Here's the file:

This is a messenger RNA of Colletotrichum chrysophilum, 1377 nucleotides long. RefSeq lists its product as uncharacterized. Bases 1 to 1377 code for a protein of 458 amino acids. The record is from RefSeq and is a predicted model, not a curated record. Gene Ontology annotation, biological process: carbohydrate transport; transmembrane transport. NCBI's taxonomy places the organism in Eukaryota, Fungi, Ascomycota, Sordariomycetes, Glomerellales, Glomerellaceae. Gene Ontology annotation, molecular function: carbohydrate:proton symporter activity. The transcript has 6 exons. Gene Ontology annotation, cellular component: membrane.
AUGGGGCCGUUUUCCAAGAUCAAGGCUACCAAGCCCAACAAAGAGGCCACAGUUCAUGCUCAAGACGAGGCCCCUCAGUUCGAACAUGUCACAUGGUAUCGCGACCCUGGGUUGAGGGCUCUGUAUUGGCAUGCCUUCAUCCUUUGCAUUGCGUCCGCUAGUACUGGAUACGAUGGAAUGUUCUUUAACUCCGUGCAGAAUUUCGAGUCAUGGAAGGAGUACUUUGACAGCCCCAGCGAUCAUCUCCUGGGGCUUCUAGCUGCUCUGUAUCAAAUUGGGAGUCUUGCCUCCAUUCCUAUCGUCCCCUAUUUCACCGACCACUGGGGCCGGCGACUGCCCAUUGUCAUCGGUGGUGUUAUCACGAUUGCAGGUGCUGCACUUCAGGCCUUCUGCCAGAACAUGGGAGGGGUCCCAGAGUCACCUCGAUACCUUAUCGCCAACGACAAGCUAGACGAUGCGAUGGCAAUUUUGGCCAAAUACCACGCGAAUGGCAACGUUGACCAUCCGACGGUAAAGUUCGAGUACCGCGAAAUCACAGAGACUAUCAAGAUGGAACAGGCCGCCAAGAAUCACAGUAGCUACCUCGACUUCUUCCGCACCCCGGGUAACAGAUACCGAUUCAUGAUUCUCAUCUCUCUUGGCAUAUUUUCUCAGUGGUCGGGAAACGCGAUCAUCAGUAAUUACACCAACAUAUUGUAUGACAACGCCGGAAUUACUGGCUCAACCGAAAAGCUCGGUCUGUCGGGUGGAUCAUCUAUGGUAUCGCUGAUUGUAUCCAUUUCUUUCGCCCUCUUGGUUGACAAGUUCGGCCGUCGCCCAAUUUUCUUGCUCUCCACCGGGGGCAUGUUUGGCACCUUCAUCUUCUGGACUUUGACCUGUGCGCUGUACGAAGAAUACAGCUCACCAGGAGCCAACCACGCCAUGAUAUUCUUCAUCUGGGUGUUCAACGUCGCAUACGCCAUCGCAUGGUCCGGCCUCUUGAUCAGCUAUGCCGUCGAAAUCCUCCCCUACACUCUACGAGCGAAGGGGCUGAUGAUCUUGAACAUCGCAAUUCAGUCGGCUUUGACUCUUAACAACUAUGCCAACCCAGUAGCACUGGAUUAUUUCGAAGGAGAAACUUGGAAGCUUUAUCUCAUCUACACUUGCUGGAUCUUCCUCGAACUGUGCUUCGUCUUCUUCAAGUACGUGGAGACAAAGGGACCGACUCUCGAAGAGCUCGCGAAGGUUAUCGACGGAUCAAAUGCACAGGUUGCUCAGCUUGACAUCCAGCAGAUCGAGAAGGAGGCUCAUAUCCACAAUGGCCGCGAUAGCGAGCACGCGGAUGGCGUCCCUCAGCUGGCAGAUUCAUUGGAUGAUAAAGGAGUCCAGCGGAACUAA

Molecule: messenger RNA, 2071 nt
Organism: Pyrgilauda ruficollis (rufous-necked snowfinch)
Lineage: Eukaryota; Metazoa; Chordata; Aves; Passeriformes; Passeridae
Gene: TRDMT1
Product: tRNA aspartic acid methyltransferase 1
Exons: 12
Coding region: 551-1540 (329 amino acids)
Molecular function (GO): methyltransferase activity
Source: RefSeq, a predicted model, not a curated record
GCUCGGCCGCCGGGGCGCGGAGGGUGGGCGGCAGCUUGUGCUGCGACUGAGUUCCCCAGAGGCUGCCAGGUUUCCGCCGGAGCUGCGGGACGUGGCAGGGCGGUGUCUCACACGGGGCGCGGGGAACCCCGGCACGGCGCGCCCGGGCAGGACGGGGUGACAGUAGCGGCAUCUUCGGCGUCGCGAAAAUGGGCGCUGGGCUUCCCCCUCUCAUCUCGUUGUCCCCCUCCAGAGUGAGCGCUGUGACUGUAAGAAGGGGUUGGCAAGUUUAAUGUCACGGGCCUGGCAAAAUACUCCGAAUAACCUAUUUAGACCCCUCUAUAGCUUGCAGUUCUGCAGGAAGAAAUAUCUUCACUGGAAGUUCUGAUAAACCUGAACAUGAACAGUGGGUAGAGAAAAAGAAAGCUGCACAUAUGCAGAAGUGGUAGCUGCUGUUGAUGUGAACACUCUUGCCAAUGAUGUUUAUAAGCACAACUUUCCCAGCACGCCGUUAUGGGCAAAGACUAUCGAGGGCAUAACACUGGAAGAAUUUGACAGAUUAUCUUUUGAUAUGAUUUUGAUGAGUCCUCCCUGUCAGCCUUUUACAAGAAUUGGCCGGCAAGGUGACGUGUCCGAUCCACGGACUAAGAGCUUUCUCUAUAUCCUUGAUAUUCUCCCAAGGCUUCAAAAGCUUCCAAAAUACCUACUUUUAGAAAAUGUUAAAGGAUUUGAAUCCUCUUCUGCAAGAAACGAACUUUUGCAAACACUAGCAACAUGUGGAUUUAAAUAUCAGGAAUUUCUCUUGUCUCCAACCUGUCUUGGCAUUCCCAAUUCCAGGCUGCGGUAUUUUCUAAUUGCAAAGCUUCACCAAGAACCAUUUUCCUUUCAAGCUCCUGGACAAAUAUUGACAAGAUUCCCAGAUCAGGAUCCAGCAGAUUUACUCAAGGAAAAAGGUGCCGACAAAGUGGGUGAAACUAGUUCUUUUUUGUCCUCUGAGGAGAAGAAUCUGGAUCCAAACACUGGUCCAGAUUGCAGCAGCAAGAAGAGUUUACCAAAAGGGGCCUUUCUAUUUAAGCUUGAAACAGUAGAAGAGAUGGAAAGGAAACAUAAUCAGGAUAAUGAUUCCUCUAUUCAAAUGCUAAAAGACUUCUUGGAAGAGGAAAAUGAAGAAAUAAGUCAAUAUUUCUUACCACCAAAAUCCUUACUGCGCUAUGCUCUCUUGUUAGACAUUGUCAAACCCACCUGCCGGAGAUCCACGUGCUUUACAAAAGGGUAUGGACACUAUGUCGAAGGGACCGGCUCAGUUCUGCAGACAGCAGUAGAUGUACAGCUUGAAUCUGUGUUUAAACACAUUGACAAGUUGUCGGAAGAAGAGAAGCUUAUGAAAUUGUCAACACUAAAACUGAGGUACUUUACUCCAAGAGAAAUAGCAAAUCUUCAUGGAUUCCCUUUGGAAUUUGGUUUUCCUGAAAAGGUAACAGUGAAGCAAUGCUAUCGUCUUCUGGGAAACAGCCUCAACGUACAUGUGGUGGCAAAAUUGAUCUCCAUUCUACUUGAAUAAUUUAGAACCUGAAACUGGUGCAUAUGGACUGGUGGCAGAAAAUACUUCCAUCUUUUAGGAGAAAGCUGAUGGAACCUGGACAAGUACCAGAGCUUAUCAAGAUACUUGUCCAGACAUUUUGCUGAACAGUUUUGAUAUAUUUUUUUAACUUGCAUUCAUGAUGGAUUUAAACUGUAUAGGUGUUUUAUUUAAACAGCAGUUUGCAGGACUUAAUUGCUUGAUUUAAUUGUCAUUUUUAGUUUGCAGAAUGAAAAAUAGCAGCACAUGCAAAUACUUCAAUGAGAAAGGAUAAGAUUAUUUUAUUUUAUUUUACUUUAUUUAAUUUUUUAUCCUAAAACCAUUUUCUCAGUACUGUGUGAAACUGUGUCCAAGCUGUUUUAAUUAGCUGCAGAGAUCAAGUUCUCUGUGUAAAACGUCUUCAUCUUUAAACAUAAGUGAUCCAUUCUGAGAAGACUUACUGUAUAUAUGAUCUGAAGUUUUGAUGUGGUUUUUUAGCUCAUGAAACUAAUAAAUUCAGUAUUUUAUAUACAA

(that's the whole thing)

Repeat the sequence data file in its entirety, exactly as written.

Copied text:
This is a messenger RNA of Colletotrichum chrysophilum, 1377 nucleotides long. RefSeq lists its product as uncharacterized. Bases 1 to 1377 code for a protein of 458 amino acids. The record is from RefSeq and is a predicted model, not a curated record. Gene Ontology annotation, biological process: carbohydrate transport; transmembrane transport. NCBI's taxonomy places the organism in Eukaryota, Fungi, Ascomycota, Sordariomycetes, Glomerellales, Glomerellaceae. Gene Ontology annotation, molecular function: carbohydrate:proton symporter activity. The transcript has 6 exons. Gene Ontology annotation, cellular component: membrane.
AUGGGGCCGUUUUCCAAGAUCAAGGCUACCAAGCCCAACAAAGAGGCCACAGUUCAUGCUCAAGACGAGGCCCCUCAGUUCGAACAUGUCACAUGGUAUCGCGACCCUGGGUUGAGGGCUCUGUAUUGGCAUGCCUUCAUCCUUUGCAUUGCGUCCGCUAGUACUGGAUACGAUGGAAUGUUCUUUAACUCCGUGCAGAAUUUCGAGUCAUGGAAGGAGUACUUUGACAGCCCCAGCGAUCAUCUCCUGGGGCUUCUAGCUGCUCUGUAUCAAAUUGGGAGUCUUGCCUCCAUUCCUAUCGUCCCCUAUUUCACCGACCACUGGGGCCGGCGACUGCCCAUUGUCAUCGGUGGUGUUAUCACGAUUGCAGGUGCUGCACUUCAGGCCUUCUGCCAGAACAUGGGAGGGGUCCCAGAGUCACCUCGAUACCUUAUCGCCAACGACAAGCUAGACGAUGCGAUGGCAAUUUUGGCCAAAUACCACGCGAAUGGCAACGUUGACCAUCCGACGGUAAAGUUCGAGUACCGCGAAAUCACAGAGACUAUCAAGAUGGAACAGGCCGCCAAGAAUCACAGUAGCUACCUCGACUUCUUCCGCACCCCGGGUAACAGAUACCGAUUCAUGAUUCUCAUCUCUCUUGGCAUAUUUUCUCAGUGGUCGGGAAACGCGAUCAUCAGUAAUUACACCAACAUAUUGUAUGACAACGCCGGAAUUACUGGCUCAACCGAAAAGCUCGGUCUGUCGGGUGGAUCAUCUAUGGUAUCGCUGAUUGUAUCCAUUUCUUUCGCCCUCUUGGUUGACAAGUUCGGCCGUCGCCCAAUUUUCUUGCUCUCCACCGGGGGCAUGUUUGGCACCUUCAUCUUCUGGACUUUGACCUGUGCGCUGUACGAAGAAUACAGCUCACCAGGAGCCAACCACGCCAUGAUAUUCUUCAUCUGGGUGUUCAACGUCGCAUACGCCAUCGCAUGGUCCGGCCUCUUGAUCAGCUAUGCCGUCGAAAUCCUCCCCUACACUCUACGAGCGAAGGGGCUGAUGAUCUUGAACAUCGCAAUUCAGUCGGCUUUGACUCUUAACAACUAUGCCAACCCAGUAGCACUGGAUUAUUUCGAAGGAGAAACUUGGAAGCUUUAUCUCAUCUACACUUGCUGGAUCUUCCUCGAACUGUGCUUCGUCUUCUUCAAGUACGUGGAGACAAAGGGACCGACUCUCGAAGAGCUCGCGAAGGUUAUCGACGGAUCAAAUGCACAGGUUGCUCAGCUUGACAUCCAGCAGAUCGAGAAGGAGGCUCAUAUCCACAAUGGCCGCGAUAGCGAGCACGCGGAUGGCGUCCCUCAGCUGGCAGAUUCAUUGGAUGAUAAAGGAGUCCAGCGGAACUAA

Molecule: messenger RNA, 2071 nt
Organism: Pyrgilauda ruficollis (rufous-necked snowfinch)
Lineage: Eukaryota; Metazoa; Chordata; Aves; Passeriformes; Passeridae
Gene: TRDMT1
Product: tRNA aspartic acid methyltransferase 1
Exons: 12
Coding region: 551-1540 (329 amino acids)
Molecular function (GO): methyltransferase activity
Source: RefSeq, a predicted model, not a curated record
GCUCGGCCGCCGGGGCGCGGAGGGUGGGCGGCAGCUUGUGCUGCGACUGAGUUCCCCAGAGGCUGCCAGGUUUCCGCCGGAGCUGCGGGACGUGGCAGGGCGGUGUCUCACACGGGGCGCGGGGAACCCCGGCACGGCGCGCCCGGGCAGGACGGGGUGACAGUAGCGGCAUCUUCGGCGUCGCGAAAAUGGGCGCUGGGCUUCCCCCUCUCAUCUCGUUGUCCCCCUCCAGAGUGAGCGCUGUGACUGUAAGAAGGGGUUGGCAAGUUUAAUGUCACGGGCCUGGCAAAAUACUCCGAAUAACCUAUUUAGACCCCUCUAUAGCUUGCAGUUCUGCAGGAAGAAAUAUCUUCACUGGAAGUUCUGAUAAACCUGAACAUGAACAGUGGGUAGAGAAAAAGAAAGCUGCACAUAUGCAGAAGUGGUAGCUGCUGUUGAUGUGAACACUCUUGCCAAUGAUGUUUAUAAGCACAACUUUCCCAGCACGCCGUUAUGGGCAAAGACUAUCGAGGGCAUAACACUGGAAGAAUUUGACAGAUUAUCUUUUGAUAUGAUUUUGAUGAGUCCUCCCUGUCAGCCUUUUACAAGAAUUGGCCGGCAAGGUGACGUGUCCGAUCCACGGACUAAGAGCUUUCUCUAUAUCCUUGAUAUUCUCCCAAGGCUUCAAAAGCUUCCAAAAUACCUACUUUUAGAAAAUGUUAAAGGAUUUGAAUCCUCUUCUGCAAGAAACGAACUUUUGCAAACACUAGCAACAUGUGGAUUUAAAUAUCAGGAAUUUCUCUUGUCUCCAACCUGUCUUGGCAUUCCCAAUUCCAGGCUGCGGUAUUUUCUAAUUGCAAAGCUUCACCAAGAACCAUUUUCCUUUCAAGCUCCUGGACAAAUAUUGACAAGAUUCCCAGAUCAGGAUCCAGCAGAUUUACUCAAGGAAAAAGGUGCCGACAAAGUGGGUGAAACUAGUUCUUUUUUGUCCUCUGAGGAGAAGAAUCUGGAUCCAAACACUGGUCCAGAUUGCAGCAGCAAGAAGAGUUUACCAAAAGGGGCCUUUCUAUUUAAGCUUGAAACAGUAGAAGAGAUGGAAAGGAAACAUAAUCAGGAUAAUGAUUCCUCUAUUCAAAUGCUAAAAGACUUCUUGGAAGAGGAAAAUGAAGAAAUAAGUCAAUAUUUCUUACCACCAAAAUCCUUACUGCGCUAUGCUCUCUUGUUAGACAUUGUCAAACCCACCUGCCGGAGAUCCACGUGCUUUACAAAAGGGUAUGGACACUAUGUCGAAGGGACCGGCUCAGUUCUGCAGACAGCAGUAGAUGUACAGCUUGAAUCUGUGUUUAAACACAUUGACAAGUUGUCGGAAGAAGAGAAGCUUAUGAAAUUGUCAACACUAAAACUGAGGUACUUUACUCCAAGAGAAAUAGCAAAUCUUCAUGGAUUCCCUUUGGAAUUUGGUUUUCCUGAAAAGGUAACAGUGAAGCAAUGCUAUCGUCUUCUGGGAAACAGCCUCAACGUACAUGUGGUGGCAAAAUUGAUCUCCAUUCUACUUGAAUAAUUUAGAACCUGAAACUGGUGCAUAUGGACUGGUGGCAGAAAAUACUUCCAUCUUUUAGGAGAAAGCUGAUGGAACCUGGACAAGUACCAGAGCUUAUCAAGAUACUUGUCCAGACAUUUUGCUGAACAGUUUUGAUAUAUUUUUUUAACUUGCAUUCAUGAUGGAUUUAAACUGUAUAGGUGUUUUAUUUAAACAGCAGUUUGCAGGACUUAAUUGCUUGAUUUAAUUGUCAUUUUUAGUUUGCAGAAUGAAAAAUAGCAGCACAUGCAAAUACUUCAAUGAGAAAGGAUAAGAUUAUUUUAUUUUAUUUUACUUUAUUUAAUUUUUUAUCCUAAAACCAUUUUCUCAGUACUGUGUGAAACUGUGUCCAAGCUGUUUUAAUUAGCUGCAGAGAUCAAGUUCUCUGUGUAAAACGUCUUCAUCUUUAAACAUAAGUGAUCCAUUCUGAGAAGACUUACUGUAUAUAUGAUCUGAAGUUUUGAUGUGGUUUUUUAGCUCAUGAAACUAAUAAAUUCAGUAUUUUAUAUACAA